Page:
Practice writing Chinese characters (Exercise 1)

Chinese Character Stroke Order

If you are sitting at home waiting out the novel corona virus pandemic, why not use some of the extra time on hand to practice writing Chinese characters. The picture showing the stroke order for writing the character is taken from the book “Learn Chinese through Songs and Rhymes”. (yǒng) means forever or always. This character incorporates all the possible types of strokes you might encounter in a Chinese character. The general rule for the stroke order is from the top to the bottom and from the left to the right. In addition, when a horizontal stroke intersects a vertical stroke to form a cross shape, you will write the horizontal stroke first. For a box shape, write the vertical stroke on the left side first.

Below is a sheet you can print out. It contains 10 simple Chinese characters. Take a look at each character and determine the proper stroke order to use. For example, with (rén person), you would begin with the stroke on the left side then add the stroke on the right side. With (dà big, great), you would first put in the horizontal stroke then write the (rén person) character. With (tiān sky, heaven), you would write a short horizontal stroke, followed by the (dà big, great) character.

Trace over the fainter characters to become familiar with the position of each stroke. Finally, write the character in the three blank spaces yourself. Each character should look neat and “together” rather than just a bunch of random strokes. Practice until what you write approximates the provided master copy.

Chinese Character Tracing 2

Details about the types of strokes you will encounter in Chinese characters and the correct stroke order can be found at this link.

He happy?

“A woman wife is my sharp.”

I see you scratching your head. You know every word in this sentence, but this line simply doesn’t make sense – until you unscramble it to read: “My wife is a sharp woman.” This goes to show that, to make a meaningful statement, it’s quite important to put the words in the proper order. Shooting out the words any which way just won’t cut it.

Over the ages, each population sharing the same language has arrived at a concensus about what “sounds right”. When you are learning a new language, it is natural to want to apply the language rules with which you are familiar. This is why pidgin English was prevalent among the coolies who came over from China in the 19th century and early 20th century to earn a living. To make the statement: “He is happy.”, someone might say:

他快乐.
Tā kuàilè.

Therefore, to put it in English, he would say, “He happy.” This sounds perfectly all right to the Chinese ear.

In a similar way, if you simply superimpose English grammar onto Chinese words, your statements may become jumbled and difficult to understand. I think this is a good time to caution you against trying to translate your English statements into Chinese verbatim. Instead, please focus on the meaning you wish to get across and put the relevant Chinese words and phrases into the proper Chinese sentence patterns.

Fortunately, human minds work more or less alike, and you will be pleasantly surprised that many sentence patterns are similar in English and Chinese. Last week we learned two simple sentence patterns. To make them more concise, we will employ the names of the parts of speech, such as nouns, adjectives, verbs, adverbs, etc. You know that the name of anyone or anything you can see or feel or think about or talk about is considered a noun. We will let the term “Noun” also represent noun phrases such as “my beautiful wife”. A word or phrase that describes a noun is an adjective. A word or phrase that modifies an adjective or a verb is an adverb. I will rewrite the first two sentence patterns as follows:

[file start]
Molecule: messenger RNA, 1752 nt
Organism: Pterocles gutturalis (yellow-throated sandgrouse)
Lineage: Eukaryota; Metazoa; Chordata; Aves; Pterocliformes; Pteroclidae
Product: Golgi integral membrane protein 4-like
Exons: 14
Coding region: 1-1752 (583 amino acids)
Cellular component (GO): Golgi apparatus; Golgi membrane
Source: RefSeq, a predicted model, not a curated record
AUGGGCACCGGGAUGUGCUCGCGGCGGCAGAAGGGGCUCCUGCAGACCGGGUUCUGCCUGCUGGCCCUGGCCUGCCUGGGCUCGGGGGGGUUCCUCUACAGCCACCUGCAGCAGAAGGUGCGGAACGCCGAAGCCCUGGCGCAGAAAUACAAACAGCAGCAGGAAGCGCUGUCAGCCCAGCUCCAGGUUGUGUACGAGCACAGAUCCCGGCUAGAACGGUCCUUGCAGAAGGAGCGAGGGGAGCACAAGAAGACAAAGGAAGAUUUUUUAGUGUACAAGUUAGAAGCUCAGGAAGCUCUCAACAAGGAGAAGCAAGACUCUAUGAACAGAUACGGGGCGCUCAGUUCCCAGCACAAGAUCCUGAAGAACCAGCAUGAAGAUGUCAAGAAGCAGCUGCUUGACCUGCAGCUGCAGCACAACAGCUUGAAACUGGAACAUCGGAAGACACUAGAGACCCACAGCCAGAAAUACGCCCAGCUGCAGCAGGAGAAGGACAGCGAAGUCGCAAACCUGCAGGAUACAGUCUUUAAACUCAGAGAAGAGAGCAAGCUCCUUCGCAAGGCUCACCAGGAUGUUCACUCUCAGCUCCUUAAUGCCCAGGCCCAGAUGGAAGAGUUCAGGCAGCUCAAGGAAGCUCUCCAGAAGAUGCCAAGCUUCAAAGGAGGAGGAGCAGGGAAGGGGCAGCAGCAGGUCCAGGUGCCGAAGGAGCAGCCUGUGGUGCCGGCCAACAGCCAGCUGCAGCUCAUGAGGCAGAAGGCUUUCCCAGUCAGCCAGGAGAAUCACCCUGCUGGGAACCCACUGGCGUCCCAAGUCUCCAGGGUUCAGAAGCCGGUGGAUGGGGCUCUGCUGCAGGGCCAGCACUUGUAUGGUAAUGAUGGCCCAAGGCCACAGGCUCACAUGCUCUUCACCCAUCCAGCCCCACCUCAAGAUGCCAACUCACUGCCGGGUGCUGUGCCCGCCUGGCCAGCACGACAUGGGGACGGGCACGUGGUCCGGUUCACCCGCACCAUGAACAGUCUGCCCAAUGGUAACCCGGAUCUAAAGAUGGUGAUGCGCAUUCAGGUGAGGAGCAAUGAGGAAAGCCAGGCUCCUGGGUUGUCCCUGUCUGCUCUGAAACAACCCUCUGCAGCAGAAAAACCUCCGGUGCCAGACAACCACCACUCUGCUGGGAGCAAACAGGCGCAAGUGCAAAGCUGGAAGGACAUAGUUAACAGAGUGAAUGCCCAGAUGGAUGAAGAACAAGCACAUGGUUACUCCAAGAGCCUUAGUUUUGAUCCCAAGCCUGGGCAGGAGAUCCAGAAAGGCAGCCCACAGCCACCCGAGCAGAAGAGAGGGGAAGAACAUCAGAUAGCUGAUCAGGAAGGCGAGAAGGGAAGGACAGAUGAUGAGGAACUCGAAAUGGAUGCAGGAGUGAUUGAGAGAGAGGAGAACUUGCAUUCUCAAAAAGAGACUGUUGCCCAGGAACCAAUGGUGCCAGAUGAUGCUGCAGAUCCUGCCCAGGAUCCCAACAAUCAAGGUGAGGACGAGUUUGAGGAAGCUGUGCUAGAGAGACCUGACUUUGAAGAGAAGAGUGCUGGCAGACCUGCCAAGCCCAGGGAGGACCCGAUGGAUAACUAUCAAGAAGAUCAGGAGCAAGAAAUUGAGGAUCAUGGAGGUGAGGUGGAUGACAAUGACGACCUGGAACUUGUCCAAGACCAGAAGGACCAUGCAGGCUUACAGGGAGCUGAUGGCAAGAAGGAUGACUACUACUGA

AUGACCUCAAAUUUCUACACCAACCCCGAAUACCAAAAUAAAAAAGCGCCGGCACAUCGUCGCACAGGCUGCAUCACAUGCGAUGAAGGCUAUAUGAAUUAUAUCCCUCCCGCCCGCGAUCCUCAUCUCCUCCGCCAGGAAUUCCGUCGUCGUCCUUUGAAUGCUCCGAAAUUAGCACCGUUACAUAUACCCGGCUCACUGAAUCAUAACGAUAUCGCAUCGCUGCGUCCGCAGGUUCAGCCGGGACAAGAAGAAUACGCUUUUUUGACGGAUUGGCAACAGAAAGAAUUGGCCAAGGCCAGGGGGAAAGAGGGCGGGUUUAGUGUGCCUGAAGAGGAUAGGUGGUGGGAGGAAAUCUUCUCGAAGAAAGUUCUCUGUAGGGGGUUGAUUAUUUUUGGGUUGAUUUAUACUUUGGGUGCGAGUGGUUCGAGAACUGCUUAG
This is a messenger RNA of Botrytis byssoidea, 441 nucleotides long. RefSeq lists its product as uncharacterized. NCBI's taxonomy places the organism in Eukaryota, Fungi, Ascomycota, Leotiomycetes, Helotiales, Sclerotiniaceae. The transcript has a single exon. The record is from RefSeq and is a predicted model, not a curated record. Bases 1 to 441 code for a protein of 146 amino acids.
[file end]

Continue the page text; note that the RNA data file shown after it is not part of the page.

I. Noun + Adjective

她的眼睛大.
Tā de yǎnjing dà.
Her eyes are large.

Please note that the “be” verb is omitted in this Chinese sentence pattern, which is commonly used when one wishes to express one’s feeling or opinion about someone or something.

If her eyes are large and bright, you would say:

她的眼睛大又亮.
Tā de yǎnjing dà yòu liàng.
Her eyes are large and also bright.

(yòu) means “also” or “again”. It may be used singly or in a pair, such as in: 又大又亮 (yòu dà yòu liàng large and bright as well).

Listen to the song “Lift Your Veil” by clicking on the link below, and see if you can pick out the sentences that follow the above sentence pattern. This song is fully annotated in “Learn Chinese through Songs and Rhymes” to illustrate the use of adjectives.

Lift Your Veil (video)

Hummingbird

You may insert an adverb to qualify the description. For example, (hěn) means “very”, and (tài) means “exceedingly”.

蜂鸟很可爱.
Fēngniǎo hěn kěài.
Hummingbirds are very lovely (cute).

我的女友很漂亮.
Wǒ de nǚyǒu hěn piàoliàng.
My girlfriend is very pretty.

他太小氣了!
Tā tài xiǎoqì le!
He is too stingy!

II. Noun + (shì) + Noun

他是校长.
Tā shì xiàozhǎng.
He is the school principal.

我先生是一位老师.
Wǒ xiānsheng shì yī wèi lǎoshī.
My husband is a teacher.

我太太是个伶俐的女人.
Wǒ tàitai shì gè línglì de nǚrén.
My wife is a quick-witted woman.

This sentence pattern works the same in English as in Chinese. The noun phrases may contain optional adjectives. To show respect to teachers, we use 一位 (yī wèi) instead of 一个 (yī gè)

How would you describe yourself? Also find some nice words to describe your family and your friends. As for the people you don’t like, there are plenty of appropriate words in your dictionary for them as well.

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